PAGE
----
Beyond those “items,” it would be nice to have a reasonably quiet space to work in. Having raised up to 6 children at a time in a small 3 bedroom house, I’m quite aware that can be a challenge. But you can find a way. Have a daily time, for example, dedicated to learning. And include the adults: be lifelong learning models for your children! Turn off the electronic noise-makers (including phones), and have everyone spend some learning time together. Read, draw, do homework, go outside and explore nature, bake (math, chemistry, etc.!), check out the library. Go on free field trips. If you absolutely can’t
do it at home, check out community resources. Many organizations offer free “homework help” spaces, for example.

And sometimes you do need a helper – someone who can help your child with a topic you don’t know enough about – or who can help you learn it, and you can turn around and pass on what you have learned – which is the best way to make sure you get that new knowledge into long term memory, anyway. If you are thinking of getting a tutor for your child, perhaps what you really need to do is hire a tutor for yourself – or for the two of you together. If a tutor is out of the question financially, what about a friend or relative? Or get together with several other parents you know, find out each one’s skills, and then have a neighborhood “homework night” each week, in which you all help each other’s children – and each other. Or hire a tutor to teach a group of parents together the basics of whatever subject(s) your children need help with – or even a tutor to teach a classroom of parents and children together! Group rates are generally very reasonable.

Are you surprised? This isn’t the list you were expecting? Well, it wasn’t my “plan” for this post either – but it has certainly been my experience. I have, it is true, taught in
school classrooms with lots of technology and resources. I have also home schooled my own children with very few “resources” – but we made such constant use of the library (which had to order materials in every week to our remote location), that they actually ended up having to hire extra librarian time, rather than decreasing it as they had planned. I do have a tutoring office now (in my home), and it does have quite a selection of resources – which is not altogether surprising as I raised 5 children of my own, home schooling them part of the time, taught school for years, and have tutored as well. All along the way I have collected resources, as I have needed them, most of which I
obtained for free or very inexpensively – or made myself, from scratch.  You can build your home learning space the same way.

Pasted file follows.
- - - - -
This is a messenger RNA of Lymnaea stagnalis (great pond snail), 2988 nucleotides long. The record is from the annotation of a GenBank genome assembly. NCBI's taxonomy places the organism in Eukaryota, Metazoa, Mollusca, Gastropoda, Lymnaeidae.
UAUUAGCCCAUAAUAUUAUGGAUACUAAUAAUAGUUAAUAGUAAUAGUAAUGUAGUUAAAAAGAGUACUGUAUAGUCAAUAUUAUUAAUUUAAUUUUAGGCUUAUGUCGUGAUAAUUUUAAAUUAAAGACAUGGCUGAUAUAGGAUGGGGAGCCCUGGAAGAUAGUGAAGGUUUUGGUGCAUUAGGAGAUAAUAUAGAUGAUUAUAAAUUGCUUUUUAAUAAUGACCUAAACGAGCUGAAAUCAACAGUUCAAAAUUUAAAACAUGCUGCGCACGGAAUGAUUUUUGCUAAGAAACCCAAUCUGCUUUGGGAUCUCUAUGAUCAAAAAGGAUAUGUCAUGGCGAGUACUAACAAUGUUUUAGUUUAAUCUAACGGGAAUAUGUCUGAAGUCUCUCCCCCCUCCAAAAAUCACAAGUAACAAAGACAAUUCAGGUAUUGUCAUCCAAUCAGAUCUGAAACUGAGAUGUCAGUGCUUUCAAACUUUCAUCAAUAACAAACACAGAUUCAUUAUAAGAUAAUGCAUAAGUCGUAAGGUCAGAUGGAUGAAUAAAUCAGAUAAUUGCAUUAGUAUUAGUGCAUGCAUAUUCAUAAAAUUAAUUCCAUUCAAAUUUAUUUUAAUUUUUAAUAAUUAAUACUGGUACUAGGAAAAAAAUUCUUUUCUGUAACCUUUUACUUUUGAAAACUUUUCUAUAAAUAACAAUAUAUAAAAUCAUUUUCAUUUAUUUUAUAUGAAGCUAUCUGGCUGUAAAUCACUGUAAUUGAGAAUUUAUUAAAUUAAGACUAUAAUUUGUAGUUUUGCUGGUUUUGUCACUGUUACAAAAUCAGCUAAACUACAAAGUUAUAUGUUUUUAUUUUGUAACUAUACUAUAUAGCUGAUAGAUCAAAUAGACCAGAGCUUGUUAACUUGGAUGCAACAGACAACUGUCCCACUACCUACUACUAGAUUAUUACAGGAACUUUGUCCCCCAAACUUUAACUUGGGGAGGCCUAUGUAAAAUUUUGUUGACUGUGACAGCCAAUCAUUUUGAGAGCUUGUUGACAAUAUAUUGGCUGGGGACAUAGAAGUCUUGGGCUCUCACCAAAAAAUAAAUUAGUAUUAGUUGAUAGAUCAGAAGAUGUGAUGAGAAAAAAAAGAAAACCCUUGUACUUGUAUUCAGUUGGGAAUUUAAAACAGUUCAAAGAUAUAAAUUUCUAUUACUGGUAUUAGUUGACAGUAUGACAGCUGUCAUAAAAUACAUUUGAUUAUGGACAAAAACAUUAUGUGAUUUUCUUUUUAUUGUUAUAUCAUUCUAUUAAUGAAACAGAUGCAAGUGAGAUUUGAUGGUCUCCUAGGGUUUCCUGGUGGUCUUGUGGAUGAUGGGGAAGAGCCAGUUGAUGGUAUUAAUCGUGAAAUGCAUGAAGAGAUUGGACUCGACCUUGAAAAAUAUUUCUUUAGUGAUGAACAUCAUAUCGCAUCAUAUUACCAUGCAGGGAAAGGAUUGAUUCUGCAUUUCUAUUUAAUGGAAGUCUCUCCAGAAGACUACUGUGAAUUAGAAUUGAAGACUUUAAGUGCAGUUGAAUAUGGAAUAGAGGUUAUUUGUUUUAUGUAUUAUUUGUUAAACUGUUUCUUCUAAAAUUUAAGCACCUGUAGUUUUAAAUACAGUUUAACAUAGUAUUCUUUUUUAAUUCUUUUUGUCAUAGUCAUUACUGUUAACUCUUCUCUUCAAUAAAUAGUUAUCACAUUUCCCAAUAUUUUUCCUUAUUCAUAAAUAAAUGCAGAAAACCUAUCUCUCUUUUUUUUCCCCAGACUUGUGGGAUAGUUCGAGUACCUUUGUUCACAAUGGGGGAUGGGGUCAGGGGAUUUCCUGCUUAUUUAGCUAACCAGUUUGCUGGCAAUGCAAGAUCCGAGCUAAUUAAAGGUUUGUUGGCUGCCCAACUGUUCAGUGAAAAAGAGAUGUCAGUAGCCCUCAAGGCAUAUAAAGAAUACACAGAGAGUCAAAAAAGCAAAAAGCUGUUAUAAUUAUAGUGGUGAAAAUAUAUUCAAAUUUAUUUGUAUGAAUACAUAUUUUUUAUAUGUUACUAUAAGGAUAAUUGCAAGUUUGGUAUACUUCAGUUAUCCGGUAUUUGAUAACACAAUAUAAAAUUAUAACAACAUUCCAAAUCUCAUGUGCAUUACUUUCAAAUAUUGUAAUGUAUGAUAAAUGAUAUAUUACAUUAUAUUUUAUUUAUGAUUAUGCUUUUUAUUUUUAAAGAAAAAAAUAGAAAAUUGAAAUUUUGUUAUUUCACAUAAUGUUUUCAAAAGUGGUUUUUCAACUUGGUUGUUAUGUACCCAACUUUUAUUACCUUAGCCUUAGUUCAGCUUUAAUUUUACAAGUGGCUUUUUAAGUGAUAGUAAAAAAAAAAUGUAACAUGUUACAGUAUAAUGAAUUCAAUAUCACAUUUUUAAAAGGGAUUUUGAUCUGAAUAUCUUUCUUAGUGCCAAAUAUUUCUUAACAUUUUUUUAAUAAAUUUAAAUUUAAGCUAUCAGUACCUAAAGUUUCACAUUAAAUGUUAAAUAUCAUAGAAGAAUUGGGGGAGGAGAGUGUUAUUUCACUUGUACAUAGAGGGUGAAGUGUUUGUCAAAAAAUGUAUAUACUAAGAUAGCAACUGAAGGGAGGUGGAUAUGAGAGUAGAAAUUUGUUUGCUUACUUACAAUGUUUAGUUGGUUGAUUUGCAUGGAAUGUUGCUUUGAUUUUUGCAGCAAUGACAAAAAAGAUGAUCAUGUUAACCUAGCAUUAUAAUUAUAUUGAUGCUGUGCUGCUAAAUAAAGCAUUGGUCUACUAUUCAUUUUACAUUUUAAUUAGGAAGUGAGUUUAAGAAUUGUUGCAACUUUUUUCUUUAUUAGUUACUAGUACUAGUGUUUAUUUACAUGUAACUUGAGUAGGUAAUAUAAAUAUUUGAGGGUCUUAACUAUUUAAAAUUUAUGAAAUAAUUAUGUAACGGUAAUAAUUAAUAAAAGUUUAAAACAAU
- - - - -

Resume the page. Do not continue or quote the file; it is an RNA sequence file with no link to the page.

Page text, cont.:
You may have been told that for children to learn successfully, it is necessary to have an “affirmative learning environment,” with not only all the latest technology, but lots of posters, “I believe in me” affirmation signs, colorful bulletin board displays, a big collection of thick reference books, all the latest learning games, and of course lots of student incentives like progress charts and bright shiny stickers and awards for
every possible positive achievement. I beg to differ – well chosen words of approval for truly deserving effort, and sharing the joy of learning for its own sake are the best ways we can prepare children to love learning and make it a life-long adventure.

Since I do tutoring as a business, I of course have many more supplies than you would at home. Let’s see, I have a couple bookshelves (with books and magazines and such, of course), and binders and paper and pens and pencils and basic art supplies, and a whiteboard, and a table next to a window, with a lamp, and a small desk for my laptop and printer, and a couple chairs. There is a wall calendar to keep things organized, and safety items like smoke detectors and a first-aid kit and insurance, and a collection of learning games (some home-made, and the rest thanks to the local thrift stores). Fancy? Actually, not that much different than your home, I suspect.

Most of all, I have a love of learning, and am constantly on a learning adventure myself – and I delight to take as many others, adults and children both, on that adventure with me. And that is what is most necessary.

(Oh yes – and if you’re looking for a tutor for the students in your family – or for yourself, or your parents’ group – I’d love to help you out.  If you live in the Penticton area, we can of course meet face to face.  But I’d also be happy to chat with you via email or Skype.  Check out my tutoring information page.  And if I cannot meet your tutoring requirements, I will happily refer you to other tutors in our area who may be able to help you.)